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Having a baby is essentially the same worldwide, though each nation’s approach to prenatal and maternity care varies according to national policy. In Sweden, most mothers-to-be enjoy the services of midwives instead of doctors and nurses. It’s also rated #2 as the best place to be a mom, according to Save the Children, the London-based non-government organization devoted to promotion and protection of children’s rights throughout the world.

Swedish moms usually get only one ultrasound and not a single gynecological exam during a pregnancy, relying instead on the services of midwives for all care to a mother and the child she carries; the service is free. Maternity care is part of the Swedish national health care system and it’s been meted out by midwives since the 18th century. In most cases, a woman has one team of midwives guiding her through pregnancy and a second-team that assists with delivery.

Additional health care services are available to mothers experiencing complications of pregnancy. When a midwife detects a concern, she refers the woman to a physician. Also, about half of all Swedish women ask for an epidural during delivery, which requires a physician to administer it.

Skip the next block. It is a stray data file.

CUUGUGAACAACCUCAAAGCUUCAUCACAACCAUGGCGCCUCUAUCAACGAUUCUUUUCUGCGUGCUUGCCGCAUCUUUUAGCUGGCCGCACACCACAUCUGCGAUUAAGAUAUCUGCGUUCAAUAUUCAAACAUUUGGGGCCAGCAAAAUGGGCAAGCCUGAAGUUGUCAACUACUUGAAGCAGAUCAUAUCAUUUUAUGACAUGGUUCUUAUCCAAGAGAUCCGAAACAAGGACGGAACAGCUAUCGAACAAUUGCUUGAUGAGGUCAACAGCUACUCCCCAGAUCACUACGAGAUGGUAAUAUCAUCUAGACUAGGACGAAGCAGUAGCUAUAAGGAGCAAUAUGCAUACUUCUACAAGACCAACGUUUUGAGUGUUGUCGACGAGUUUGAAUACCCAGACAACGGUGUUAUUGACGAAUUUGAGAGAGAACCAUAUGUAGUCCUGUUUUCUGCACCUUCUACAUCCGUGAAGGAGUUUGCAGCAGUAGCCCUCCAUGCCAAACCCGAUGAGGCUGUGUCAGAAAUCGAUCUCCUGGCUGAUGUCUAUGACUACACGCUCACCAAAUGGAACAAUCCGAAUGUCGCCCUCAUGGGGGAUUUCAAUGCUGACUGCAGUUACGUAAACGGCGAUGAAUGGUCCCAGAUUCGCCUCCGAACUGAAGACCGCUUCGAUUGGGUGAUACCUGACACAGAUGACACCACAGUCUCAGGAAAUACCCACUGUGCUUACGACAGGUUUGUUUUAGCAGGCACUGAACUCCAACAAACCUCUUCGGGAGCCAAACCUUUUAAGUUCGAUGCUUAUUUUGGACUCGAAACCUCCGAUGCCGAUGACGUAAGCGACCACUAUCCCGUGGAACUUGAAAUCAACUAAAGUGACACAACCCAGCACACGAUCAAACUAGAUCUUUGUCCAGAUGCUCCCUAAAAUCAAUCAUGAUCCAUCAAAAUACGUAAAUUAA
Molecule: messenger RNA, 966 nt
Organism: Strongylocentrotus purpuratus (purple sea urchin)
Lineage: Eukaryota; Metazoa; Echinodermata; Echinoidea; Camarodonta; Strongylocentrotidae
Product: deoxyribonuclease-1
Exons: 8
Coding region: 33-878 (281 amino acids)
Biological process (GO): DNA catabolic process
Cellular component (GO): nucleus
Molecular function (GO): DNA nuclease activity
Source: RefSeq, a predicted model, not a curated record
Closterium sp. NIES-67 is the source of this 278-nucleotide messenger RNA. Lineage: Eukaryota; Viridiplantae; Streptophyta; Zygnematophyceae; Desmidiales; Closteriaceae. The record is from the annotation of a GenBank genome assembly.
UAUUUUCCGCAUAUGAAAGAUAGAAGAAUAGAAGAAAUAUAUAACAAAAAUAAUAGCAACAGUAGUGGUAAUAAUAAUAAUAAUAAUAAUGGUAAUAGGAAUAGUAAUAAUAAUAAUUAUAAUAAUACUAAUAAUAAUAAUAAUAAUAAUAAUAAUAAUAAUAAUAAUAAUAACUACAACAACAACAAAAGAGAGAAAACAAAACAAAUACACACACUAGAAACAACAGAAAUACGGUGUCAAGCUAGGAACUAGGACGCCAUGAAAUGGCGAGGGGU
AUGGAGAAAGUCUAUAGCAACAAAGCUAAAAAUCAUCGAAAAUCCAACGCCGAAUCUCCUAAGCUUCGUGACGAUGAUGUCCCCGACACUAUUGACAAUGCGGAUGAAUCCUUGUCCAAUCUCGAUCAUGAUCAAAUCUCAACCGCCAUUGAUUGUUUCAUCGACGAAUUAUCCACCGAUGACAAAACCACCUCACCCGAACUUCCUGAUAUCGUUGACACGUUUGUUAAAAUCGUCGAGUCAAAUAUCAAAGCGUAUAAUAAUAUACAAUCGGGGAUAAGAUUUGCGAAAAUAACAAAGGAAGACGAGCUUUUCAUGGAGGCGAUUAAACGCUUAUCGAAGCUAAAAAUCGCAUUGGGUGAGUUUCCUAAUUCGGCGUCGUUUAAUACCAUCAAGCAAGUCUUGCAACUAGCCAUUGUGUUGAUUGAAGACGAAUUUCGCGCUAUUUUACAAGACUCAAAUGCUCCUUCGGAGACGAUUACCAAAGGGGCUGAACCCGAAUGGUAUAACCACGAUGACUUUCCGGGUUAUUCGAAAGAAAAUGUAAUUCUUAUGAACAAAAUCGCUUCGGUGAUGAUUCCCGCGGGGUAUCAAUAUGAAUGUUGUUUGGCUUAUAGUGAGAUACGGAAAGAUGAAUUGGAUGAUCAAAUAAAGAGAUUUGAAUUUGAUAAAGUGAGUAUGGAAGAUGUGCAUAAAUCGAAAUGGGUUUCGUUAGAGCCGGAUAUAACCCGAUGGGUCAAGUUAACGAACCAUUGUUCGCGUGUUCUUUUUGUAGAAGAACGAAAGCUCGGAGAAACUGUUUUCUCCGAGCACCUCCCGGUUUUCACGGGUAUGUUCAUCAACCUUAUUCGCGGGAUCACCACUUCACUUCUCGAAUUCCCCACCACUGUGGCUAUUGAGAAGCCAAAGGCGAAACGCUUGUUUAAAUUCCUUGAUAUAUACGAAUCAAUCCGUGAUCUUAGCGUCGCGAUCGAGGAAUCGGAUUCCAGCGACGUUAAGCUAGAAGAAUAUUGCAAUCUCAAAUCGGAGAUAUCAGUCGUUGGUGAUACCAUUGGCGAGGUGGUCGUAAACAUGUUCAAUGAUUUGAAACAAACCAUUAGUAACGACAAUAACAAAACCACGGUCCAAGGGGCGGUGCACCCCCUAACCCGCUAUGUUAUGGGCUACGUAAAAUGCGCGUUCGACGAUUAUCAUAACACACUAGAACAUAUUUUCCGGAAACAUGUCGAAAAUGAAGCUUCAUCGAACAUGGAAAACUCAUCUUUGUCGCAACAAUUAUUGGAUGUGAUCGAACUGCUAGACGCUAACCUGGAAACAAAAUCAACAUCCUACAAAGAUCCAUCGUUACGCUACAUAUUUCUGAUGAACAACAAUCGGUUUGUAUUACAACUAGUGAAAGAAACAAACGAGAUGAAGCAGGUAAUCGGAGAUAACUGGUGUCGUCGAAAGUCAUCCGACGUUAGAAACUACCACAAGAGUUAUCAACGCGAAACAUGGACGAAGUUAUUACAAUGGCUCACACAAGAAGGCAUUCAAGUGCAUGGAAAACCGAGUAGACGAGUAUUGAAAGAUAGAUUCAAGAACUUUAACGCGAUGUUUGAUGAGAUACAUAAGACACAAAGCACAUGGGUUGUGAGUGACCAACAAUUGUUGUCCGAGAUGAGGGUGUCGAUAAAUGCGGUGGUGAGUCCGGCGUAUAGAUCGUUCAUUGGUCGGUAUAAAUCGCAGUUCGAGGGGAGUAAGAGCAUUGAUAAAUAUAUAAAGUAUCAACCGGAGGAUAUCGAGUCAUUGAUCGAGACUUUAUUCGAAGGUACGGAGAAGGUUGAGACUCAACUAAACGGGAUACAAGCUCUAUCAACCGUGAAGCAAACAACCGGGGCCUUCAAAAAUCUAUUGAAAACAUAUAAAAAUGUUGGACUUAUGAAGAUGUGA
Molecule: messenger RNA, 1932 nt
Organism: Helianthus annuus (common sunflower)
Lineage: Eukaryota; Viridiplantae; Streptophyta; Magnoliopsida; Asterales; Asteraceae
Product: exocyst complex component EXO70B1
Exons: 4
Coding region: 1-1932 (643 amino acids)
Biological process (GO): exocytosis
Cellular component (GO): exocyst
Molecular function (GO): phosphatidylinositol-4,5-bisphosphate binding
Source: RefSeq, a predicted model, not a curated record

Marie Berg, a professor in health and care sciences at the University of Gothenburg Sahlgrenska Academy in Sweden says, “pregnancy is a normal condition” with no need to treat it as an illness. Sofie Laaftman, a midwife based in Stockholm, agrees, adding that most healthy women under age 40 don’t need medical care to guide them through a process as natural as having a baby.

The Cochrane Collaboration agrees with the value of midwifery. In a scientific study published in August 2013, the organization found most women could benefit from seeing a midwife rather than a doctor during a normal, healthy pregnancy.

The European Perinatal Health Report for 2010 lists these statistics for Sweden:

  • 1.5 neonatal deaths per 1,000 births — in all Europe, only Iceland has fewer
  • 3.1 per 100,000 deaths of a mother during childbirth

Additionally, only about 17 percent of all Sweden’s childbirths in 2011 were by cesarean section (c-section). Only about 10 percent of all births involved an episiotomy.

In most of Europe, midwifery is giving way to Westernized maternity care and delivery practices but not so in Sweden. Midwives enjoy the full support of Swedish physicians and a strong bond of mutual respectability has developed between the two disciplines.

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